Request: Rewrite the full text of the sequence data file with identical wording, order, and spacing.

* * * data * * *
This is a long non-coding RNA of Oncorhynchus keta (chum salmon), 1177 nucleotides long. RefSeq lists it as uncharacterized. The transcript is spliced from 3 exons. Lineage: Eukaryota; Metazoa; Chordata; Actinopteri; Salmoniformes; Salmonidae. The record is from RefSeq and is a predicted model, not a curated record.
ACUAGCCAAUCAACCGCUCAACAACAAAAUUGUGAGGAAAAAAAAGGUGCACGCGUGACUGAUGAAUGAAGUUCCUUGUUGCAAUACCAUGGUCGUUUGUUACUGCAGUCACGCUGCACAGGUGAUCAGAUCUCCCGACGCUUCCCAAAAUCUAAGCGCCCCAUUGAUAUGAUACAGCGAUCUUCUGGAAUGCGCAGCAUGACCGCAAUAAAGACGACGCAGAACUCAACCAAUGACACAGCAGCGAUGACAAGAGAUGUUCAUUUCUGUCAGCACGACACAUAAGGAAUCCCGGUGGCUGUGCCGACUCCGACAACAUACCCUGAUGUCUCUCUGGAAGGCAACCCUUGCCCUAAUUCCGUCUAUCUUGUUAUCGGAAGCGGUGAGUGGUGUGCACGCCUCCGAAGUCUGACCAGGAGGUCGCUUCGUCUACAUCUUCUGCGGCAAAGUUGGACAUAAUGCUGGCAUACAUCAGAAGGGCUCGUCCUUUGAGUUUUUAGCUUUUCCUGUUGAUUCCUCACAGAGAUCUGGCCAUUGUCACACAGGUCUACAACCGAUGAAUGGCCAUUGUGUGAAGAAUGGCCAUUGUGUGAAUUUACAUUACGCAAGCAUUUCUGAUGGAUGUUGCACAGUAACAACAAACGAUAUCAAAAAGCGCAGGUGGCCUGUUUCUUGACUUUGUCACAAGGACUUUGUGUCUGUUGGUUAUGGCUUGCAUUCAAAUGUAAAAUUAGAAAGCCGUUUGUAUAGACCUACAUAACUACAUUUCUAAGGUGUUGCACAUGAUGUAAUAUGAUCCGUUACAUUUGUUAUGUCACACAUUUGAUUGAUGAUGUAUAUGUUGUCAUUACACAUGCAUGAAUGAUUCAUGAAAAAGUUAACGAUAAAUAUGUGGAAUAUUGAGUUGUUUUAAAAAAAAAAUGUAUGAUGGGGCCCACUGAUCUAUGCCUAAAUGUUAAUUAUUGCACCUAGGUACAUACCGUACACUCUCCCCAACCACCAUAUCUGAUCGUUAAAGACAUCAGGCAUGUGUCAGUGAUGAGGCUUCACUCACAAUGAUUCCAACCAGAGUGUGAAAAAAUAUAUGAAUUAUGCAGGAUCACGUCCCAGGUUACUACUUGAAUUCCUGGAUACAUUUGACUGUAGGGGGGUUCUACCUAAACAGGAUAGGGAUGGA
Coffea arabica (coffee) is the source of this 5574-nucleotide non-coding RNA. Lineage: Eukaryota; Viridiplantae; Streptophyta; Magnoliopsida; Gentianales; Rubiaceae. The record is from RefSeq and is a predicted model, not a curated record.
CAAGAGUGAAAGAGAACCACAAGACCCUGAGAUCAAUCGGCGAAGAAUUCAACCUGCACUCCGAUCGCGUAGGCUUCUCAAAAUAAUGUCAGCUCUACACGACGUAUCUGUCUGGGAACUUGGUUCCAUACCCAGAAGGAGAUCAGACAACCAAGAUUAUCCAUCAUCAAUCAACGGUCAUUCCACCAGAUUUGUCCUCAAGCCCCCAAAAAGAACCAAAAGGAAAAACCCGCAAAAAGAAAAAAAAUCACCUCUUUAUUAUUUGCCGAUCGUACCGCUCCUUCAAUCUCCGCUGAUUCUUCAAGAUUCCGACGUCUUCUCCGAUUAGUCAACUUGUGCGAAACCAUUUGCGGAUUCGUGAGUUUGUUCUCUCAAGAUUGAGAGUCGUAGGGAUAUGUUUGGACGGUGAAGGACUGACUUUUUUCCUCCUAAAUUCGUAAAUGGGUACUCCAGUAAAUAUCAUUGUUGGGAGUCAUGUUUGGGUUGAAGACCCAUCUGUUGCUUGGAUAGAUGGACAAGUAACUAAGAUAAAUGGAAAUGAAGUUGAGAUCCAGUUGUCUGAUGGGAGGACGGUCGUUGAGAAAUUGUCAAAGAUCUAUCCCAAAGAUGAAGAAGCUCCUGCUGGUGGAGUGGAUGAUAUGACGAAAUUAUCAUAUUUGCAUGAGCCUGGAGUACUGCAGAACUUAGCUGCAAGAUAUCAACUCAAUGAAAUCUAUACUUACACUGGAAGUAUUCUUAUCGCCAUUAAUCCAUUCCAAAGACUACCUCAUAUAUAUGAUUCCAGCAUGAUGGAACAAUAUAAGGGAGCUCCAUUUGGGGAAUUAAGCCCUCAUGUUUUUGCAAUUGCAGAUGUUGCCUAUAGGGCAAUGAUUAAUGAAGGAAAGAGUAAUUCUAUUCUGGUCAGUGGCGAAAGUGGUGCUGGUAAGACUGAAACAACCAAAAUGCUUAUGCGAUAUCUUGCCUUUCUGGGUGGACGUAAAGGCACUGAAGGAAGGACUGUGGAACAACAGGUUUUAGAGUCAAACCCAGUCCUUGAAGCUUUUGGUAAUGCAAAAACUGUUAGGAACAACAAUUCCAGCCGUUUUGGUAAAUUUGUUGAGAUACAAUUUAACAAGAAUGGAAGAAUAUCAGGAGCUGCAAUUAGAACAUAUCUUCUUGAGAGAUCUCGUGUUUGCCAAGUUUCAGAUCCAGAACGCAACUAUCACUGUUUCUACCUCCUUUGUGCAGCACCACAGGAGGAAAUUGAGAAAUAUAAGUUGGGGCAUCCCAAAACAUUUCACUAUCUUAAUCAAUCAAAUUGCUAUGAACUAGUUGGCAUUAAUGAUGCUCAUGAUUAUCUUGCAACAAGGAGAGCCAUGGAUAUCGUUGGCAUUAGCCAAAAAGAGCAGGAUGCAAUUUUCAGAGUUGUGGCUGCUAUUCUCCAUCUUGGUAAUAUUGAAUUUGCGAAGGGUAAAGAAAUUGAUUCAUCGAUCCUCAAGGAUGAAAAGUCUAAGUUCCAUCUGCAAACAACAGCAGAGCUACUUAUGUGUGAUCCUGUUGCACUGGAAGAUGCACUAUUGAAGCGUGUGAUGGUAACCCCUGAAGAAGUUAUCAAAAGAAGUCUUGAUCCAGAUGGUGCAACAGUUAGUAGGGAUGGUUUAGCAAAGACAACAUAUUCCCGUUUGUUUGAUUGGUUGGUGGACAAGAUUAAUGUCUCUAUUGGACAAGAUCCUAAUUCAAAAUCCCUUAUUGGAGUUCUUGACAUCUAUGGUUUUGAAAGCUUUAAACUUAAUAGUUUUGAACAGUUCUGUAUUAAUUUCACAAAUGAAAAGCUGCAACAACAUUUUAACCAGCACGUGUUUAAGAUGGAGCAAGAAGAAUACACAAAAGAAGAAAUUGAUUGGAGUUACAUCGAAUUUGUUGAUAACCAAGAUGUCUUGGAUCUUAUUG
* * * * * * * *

This is a long non-coding RNA of Oncorhynchus keta (chum salmon), 1177 nucleotides long. RefSeq lists it as uncharacterized. The transcript is spliced from 3 exons. Lineage: Eukaryota; Metazoa; Chordata; Actinopteri; Salmoniformes; Salmonidae. The record is from RefSeq and is a predicted model, not a curated record.
ACUAGCCAAUCAACCGCUCAACAACAAAAUUGUGAGGAAAAAAAAGGUGCACGCGUGACUGAUGAAUGAAGUUCCUUGUUGCAAUACCAUGGUCGUUUGUUACUGCAGUCACGCUGCACAGGUGAUCAGAUCUCCCGACGCUUCCCAAAAUCUAAGCGCCCCAUUGAUAUGAUACAGCGAUCUUCUGGAAUGCGCAGCAUGACCGCAAUAAAGACGACGCAGAACUCAACCAAUGACACAGCAGCGAUGACAAGAGAUGUUCAUUUCUGUCAGCACGACACAUAAGGAAUCCCGGUGGCUGUGCCGACUCCGACAACAUACCCUGAUGUCUCUCUGGAAGGCAACCCUUGCCCUAAUUCCGUCUAUCUUGUUAUCGGAAGCGGUGAGUGGUGUGCACGCCUCCGAAGUCUGACCAGGAGGUCGCUUCGUCUACAUCUUCUGCGGCAAAGUUGGACAUAAUGCUGGCAUACAUCAGAAGGGCUCGUCCUUUGAGUUUUUAGCUUUUCCUGUUGAUUCCUCACAGAGAUCUGGCCAUUGUCACACAGGUCUACAACCGAUGAAUGGCCAUUGUGUGAAGAAUGGCCAUUGUGUGAAUUUACAUUACGCAAGCAUUUCUGAUGGAUGUUGCACAGUAACAACAAACGAUAUCAAAAAGCGCAGGUGGCCUGUUUCUUGACUUUGUCACAAGGACUUUGUGUCUGUUGGUUAUGGCUUGCAUUCAAAUGUAAAAUUAGAAAGCCGUUUGUAUAGACCUACAUAACUACAUUUCUAAGGUGUUGCACAUGAUGUAAUAUGAUCCGUUACAUUUGUUAUGUCACACAUUUGAUUGAUGAUGUAUAUGUUGUCAUUACACAUGCAUGAAUGAUUCAUGAAAAAGUUAACGAUAAAUAUGUGGAAUAUUGAGUUGUUUUAAAAAAAAAAUGUAUGAUGGGGCCCACUGAUCUAUGCCUAAAUGUUAAUUAUUGCACCUAGGUACAUACCGUACACUCUCCCCAACCACCAUAUCUGAUCGUUAAAGACAUCAGGCAUGUGUCAGUGAUGAGGCUUCACUCACAAUGAUUCCAACCAGAGUGUGAAAAAAUAUAUGAAUUAUGCAGGAUCACGUCCCAGGUUACUACUUGAAUUCCUGGAUACAUUUGACUGUAGGGGGGUUCUACCUAAACAGGAUAGGGAUGGA
Coffea arabica (coffee) is the source of this 5574-nucleotide non-coding RNA. Lineage: Eukaryota; Viridiplantae; Streptophyta; Magnoliopsida; Gentianales; Rubiaceae. The record is from RefSeq and is a predicted model, not a curated record.
CAAGAGUGAAAGAGAACCACAAGACCCUGAGAUCAAUCGGCGAAGAAUUCAACCUGCACUCCGAUCGCGUAGGCUUCUCAAAAUAAUGUCAGCUCUACACGACGUAUCUGUCUGGGAACUUGGUUCCAUACCCAGAAGGAGAUCAGACAACCAAGAUUAUCCAUCAUCAAUCAACGGUCAUUCCACCAGAUUUGUCCUCAAGCCCCCAAAAAGAACCAAAAGGAAAAACCCGCAAAAAGAAAAAAAAUCACCUCUUUAUUAUUUGCCGAUCGUACCGCUCCUUCAAUCUCCGCUGAUUCUUCAAGAUUCCGACGUCUUCUCCGAUUAGUCAACUUGUGCGAAACCAUUUGCGGAUUCGUGAGUUUGUUCUCUCAAGAUUGAGAGUCGUAGGGAUAUGUUUGGACGGUGAAGGACUGACUUUUUUCCUCCUAAAUUCGUAAAUGGGUACUCCAGUAAAUAUCAUUGUUGGGAGUCAUGUUUGGGUUGAAGACCCAUCUGUUGCUUGGAUAGAUGGACAAGUAACUAAGAUAAAUGGAAAUGAAGUUGAGAUCCAGUUGUCUGAUGGGAGGACGGUCGUUGAGAAAUUGUCAAAGAUCUAUCCCAAAGAUGAAGAAGCUCCUGCUGGUGGAGUGGAUGAUAUGACGAAAUUAUCAUAUUUGCAUGAGCCUGGAGUACUGCAGAACUUAGCUGCAAGAUAUCAACUCAAUGAAAUCUAUACUUACACUGGAAGUAUUCUUAUCGCCAUUAAUCCAUUCCAAAGACUACCUCAUAUAUAUGAUUCCAGCAUGAUGGAACAAUAUAAGGGAGCUCCAUUUGGGGAAUUAAGCCCUCAUGUUUUUGCAAUUGCAGAUGUUGCCUAUAGGGCAAUGAUUAAUGAAGGAAAGAGUAAUUCUAUUCUGGUCAGUGGCGAAAGUGGUGCUGGUAAGACUGAAACAACCAAAAUGCUUAUGCGAUAUCUUGCCUUUCUGGGUGGACGUAAAGGCACUGAAGGAAGGACUGUGGAACAACAGGUUUUAGAGUCAAACCCAGUCCUUGAAGCUUUUGGUAAUGCAAAAACUGUUAGGAACAACAAUUCCAGCCGUUUUGGUAAAUUUGUUGAGAUACAAUUUAACAAGAAUGGAAGAAUAUCAGGAGCUGCAAUUAGAACAUAUCUUCUUGAGAGAUCUCGUGUUUGCCAAGUUUCAGAUCCAGAACGCAACUAUCACUGUUUCUACCUCCUUUGUGCAGCACCACAGGAGGAAAUUGAGAAAUAUAAGUUGGGGCAUCCCAAAACAUUUCACUAUCUUAAUCAAUCAAAUUGCUAUGAACUAGUUGGCAUUAAUGAUGCUCAUGAUUAUCUUGCAACAAGGAGAGCCAUGGAUAUCGUUGGCAUUAGCCAAAAAGAGCAGGAUGCAAUUUUCAGAGUUGUGGCUGCUAUUCUCCAUCUUGGUAAUAUUGAAUUUGCGAAGGGUAAAGAAAUUGAUUCAUCGAUCCUCAAGGAUGAAAAGUCUAAGUUCCAUCUGCAAACAACAGCAGAGCUACUUAUGUGUGAUCCUGUUGCACUGGAAGAUGCACUAUUGAAGCGUGUGAUGGUAACCCCUGAAGAAGUUAUCAAAAGAAGUCUUGAUCCAGAUGGUGCAACAGUUAGUAGGGAUGGUUUAGCAAAGACAACAUAUUCCCGUUUGUUUGAUUGGUUGGUGGACAAGAUUAAUGUCUCUAUUGGACAAGAUCCUAAUUCAAAAUCCCUUAUUGGAGUUCUUGACAUCUAUGGUUUUGAAAGCUUUAAACUUAAUAGUUUUGAACAGUUCUGUAUUAAUUUCACAAAUGAAAAGCUGCAACAACAUUUUAACCAGCACGUGUUUAAGAUGGAGCAAGAAGAAUACACAAAAGAAGAAAUUGAUUGGAGUUACAUCGAAUUUGUUGAUAACCAAGAUGUCUUGGAUCUUAUUG